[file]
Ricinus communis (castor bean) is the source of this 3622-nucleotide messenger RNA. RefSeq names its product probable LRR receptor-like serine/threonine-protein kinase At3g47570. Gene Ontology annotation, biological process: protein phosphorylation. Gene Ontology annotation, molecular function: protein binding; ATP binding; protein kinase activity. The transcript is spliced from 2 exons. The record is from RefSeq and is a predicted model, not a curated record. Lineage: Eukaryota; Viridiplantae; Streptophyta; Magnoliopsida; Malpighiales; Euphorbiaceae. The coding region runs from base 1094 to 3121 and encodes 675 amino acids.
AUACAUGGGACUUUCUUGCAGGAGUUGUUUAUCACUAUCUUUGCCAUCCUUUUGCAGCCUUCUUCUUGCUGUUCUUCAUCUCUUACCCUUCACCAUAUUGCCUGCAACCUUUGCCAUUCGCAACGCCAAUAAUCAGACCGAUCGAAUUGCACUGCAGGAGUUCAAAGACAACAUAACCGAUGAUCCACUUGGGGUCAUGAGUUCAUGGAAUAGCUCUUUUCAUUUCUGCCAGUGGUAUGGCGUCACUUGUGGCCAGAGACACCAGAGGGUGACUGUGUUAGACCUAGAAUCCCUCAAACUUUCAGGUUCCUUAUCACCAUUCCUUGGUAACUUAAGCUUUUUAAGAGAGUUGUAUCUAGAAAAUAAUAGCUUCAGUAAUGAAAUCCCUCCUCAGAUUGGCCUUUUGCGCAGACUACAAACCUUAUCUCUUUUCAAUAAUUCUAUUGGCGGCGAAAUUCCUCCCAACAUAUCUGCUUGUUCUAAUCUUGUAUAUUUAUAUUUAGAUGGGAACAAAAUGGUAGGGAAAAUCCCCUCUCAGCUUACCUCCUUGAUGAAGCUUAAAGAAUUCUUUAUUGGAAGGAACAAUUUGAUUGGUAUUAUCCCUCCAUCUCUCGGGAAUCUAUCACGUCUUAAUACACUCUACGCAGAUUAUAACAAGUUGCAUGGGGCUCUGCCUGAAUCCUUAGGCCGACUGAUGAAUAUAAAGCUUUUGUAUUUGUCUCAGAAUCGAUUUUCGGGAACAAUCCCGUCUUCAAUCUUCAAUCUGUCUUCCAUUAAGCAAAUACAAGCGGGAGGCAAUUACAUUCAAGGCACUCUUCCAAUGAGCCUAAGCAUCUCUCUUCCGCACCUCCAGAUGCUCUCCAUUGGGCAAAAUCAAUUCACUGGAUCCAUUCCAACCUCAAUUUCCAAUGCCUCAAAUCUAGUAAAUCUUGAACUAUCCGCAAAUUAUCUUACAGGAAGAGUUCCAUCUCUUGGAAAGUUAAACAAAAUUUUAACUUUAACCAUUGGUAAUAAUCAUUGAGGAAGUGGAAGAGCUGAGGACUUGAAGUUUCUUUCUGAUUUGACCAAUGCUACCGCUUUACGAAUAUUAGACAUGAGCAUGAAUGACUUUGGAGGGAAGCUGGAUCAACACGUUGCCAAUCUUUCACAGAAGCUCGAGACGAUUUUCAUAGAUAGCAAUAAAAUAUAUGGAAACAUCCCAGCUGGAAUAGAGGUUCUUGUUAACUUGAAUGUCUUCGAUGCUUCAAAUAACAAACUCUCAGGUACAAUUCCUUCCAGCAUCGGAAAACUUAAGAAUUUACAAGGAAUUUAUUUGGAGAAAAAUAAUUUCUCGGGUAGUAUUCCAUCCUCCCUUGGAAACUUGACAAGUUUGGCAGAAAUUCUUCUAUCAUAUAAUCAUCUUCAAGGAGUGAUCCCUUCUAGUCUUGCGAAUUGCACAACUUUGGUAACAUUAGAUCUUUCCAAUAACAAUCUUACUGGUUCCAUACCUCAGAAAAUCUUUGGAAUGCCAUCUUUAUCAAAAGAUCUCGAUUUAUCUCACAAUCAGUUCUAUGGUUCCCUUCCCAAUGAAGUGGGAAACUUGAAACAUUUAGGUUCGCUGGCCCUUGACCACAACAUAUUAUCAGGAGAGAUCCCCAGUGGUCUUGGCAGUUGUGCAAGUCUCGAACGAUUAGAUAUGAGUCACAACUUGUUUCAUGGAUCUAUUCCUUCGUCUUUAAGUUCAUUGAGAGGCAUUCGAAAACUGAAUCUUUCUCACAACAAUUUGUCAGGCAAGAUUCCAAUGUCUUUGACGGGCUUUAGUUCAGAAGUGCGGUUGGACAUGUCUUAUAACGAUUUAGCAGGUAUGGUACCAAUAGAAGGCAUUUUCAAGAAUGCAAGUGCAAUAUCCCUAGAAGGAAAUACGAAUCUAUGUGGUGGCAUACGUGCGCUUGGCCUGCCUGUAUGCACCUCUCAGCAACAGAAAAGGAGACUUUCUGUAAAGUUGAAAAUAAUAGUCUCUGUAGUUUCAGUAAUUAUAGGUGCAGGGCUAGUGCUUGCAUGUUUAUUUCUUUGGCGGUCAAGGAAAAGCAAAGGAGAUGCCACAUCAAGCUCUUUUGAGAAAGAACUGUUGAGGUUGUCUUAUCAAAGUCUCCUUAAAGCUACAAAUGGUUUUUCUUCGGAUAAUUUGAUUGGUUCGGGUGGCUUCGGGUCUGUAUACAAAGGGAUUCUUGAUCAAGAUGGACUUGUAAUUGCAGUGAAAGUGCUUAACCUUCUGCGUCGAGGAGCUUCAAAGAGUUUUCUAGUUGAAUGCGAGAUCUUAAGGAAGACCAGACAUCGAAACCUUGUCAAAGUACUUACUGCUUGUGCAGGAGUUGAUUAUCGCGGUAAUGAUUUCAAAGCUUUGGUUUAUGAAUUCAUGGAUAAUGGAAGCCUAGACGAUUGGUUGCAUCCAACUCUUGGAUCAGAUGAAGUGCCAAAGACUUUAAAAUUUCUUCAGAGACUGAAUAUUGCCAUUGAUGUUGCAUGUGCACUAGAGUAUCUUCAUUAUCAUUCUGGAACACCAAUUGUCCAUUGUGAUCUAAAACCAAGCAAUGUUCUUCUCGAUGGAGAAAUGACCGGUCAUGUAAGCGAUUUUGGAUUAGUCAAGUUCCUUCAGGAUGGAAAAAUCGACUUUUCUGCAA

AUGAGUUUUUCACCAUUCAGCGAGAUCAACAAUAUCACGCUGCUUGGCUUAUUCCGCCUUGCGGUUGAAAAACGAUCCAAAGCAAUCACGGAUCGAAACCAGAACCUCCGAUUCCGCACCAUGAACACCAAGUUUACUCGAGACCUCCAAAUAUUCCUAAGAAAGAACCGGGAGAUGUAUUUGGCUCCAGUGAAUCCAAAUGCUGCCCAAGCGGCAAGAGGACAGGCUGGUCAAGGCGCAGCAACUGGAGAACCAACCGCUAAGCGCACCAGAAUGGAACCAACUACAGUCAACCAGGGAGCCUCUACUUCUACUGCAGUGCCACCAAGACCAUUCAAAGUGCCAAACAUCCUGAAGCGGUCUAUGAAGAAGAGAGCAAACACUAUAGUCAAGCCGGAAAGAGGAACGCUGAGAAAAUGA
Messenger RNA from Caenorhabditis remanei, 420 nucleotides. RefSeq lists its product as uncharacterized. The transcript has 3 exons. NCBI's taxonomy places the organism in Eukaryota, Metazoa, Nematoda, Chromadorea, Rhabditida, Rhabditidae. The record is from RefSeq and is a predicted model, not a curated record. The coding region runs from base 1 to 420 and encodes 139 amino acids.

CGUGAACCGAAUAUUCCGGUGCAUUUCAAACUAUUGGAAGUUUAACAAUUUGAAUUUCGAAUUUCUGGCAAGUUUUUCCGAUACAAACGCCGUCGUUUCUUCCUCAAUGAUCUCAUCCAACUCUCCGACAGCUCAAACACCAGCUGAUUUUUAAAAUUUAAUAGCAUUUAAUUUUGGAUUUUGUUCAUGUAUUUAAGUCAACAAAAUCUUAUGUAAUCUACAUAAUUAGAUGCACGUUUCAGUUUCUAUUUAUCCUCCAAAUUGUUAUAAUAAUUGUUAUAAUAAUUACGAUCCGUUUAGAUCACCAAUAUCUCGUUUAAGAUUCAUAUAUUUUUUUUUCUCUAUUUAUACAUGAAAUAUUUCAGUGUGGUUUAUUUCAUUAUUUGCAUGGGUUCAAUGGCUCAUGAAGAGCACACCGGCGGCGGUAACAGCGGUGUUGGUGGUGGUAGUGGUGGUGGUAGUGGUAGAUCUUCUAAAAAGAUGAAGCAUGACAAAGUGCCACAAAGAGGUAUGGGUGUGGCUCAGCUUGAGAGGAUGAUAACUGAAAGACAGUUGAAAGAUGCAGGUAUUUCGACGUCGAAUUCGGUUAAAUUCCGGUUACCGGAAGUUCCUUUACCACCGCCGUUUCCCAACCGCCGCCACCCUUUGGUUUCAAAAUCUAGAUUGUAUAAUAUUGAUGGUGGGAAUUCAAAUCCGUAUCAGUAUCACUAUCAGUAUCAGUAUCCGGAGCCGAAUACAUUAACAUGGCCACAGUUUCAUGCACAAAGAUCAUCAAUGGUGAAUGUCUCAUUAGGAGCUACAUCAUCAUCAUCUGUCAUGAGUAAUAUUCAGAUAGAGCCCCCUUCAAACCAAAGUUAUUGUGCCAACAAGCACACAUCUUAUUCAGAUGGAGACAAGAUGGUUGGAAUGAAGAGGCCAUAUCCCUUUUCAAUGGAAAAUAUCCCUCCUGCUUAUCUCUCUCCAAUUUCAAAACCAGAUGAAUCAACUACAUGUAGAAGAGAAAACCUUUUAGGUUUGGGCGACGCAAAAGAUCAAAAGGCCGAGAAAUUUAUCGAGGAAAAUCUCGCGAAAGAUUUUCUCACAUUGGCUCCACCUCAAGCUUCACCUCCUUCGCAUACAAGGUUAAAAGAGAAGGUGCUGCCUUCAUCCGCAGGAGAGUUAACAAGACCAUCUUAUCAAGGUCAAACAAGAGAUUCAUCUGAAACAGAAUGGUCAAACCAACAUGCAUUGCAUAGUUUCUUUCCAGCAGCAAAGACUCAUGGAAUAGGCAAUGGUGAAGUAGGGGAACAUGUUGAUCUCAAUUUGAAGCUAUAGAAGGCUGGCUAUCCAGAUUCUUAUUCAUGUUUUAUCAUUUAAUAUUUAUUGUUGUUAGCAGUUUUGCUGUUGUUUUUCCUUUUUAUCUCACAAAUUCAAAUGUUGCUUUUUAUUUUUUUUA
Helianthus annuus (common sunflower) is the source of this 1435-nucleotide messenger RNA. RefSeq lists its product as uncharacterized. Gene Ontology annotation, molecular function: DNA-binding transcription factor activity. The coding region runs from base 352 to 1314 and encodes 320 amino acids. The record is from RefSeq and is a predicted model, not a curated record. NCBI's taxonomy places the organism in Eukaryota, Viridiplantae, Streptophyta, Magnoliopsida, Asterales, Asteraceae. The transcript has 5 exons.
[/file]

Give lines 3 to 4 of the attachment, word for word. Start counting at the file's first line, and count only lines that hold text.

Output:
AUGAGUUUUUCACCAUUCAGCGAGAUCAACAAUAUCACGCUGCUUGGCUUAUUCCGCCUUGCGGUUGAAAAACGAUCCAAAGCAAUCACGGAUCGAAACCAGAACCUCCGAUUCCGCACCAUGAACACCAAGUUUACUCGAGACCUCCAAAUAUUCCUAAGAAAGAACCGGGAGAUGUAUUUGGCUCCAGUGAAUCCAAAUGCUGCCCAAGCGGCAAGAGGACAGGCUGGUCAAGGCGCAGCAACUGGAGAACCAACCGCUAAGCGCACCAGAAUGGAACCAACUACAGUCAACCAGGGAGCCUCUACUUCUACUGCAGUGCCACCAAGACCAUUCAAAGUGCCAAACAUCCUGAAGCGGUCUAUGAAGAAGAGAGCAAACACUAUAGUCAAGCCGGAAAGAGGAACGCUGAGAAAAUGA
Messenger RNA from Caenorhabditis remanei, 420 nucleotides. RefSeq lists its product as uncharacterized. The transcript has 3 exons. NCBI's taxonomy places the organism in Eukaryota, Metazoa, Nematoda, Chromadorea, Rhabditida, Rhabditidae. The record is from RefSeq and is a predicted model, not a curated record. The coding region runs from base 1 to 420 and encodes 139 amino acids.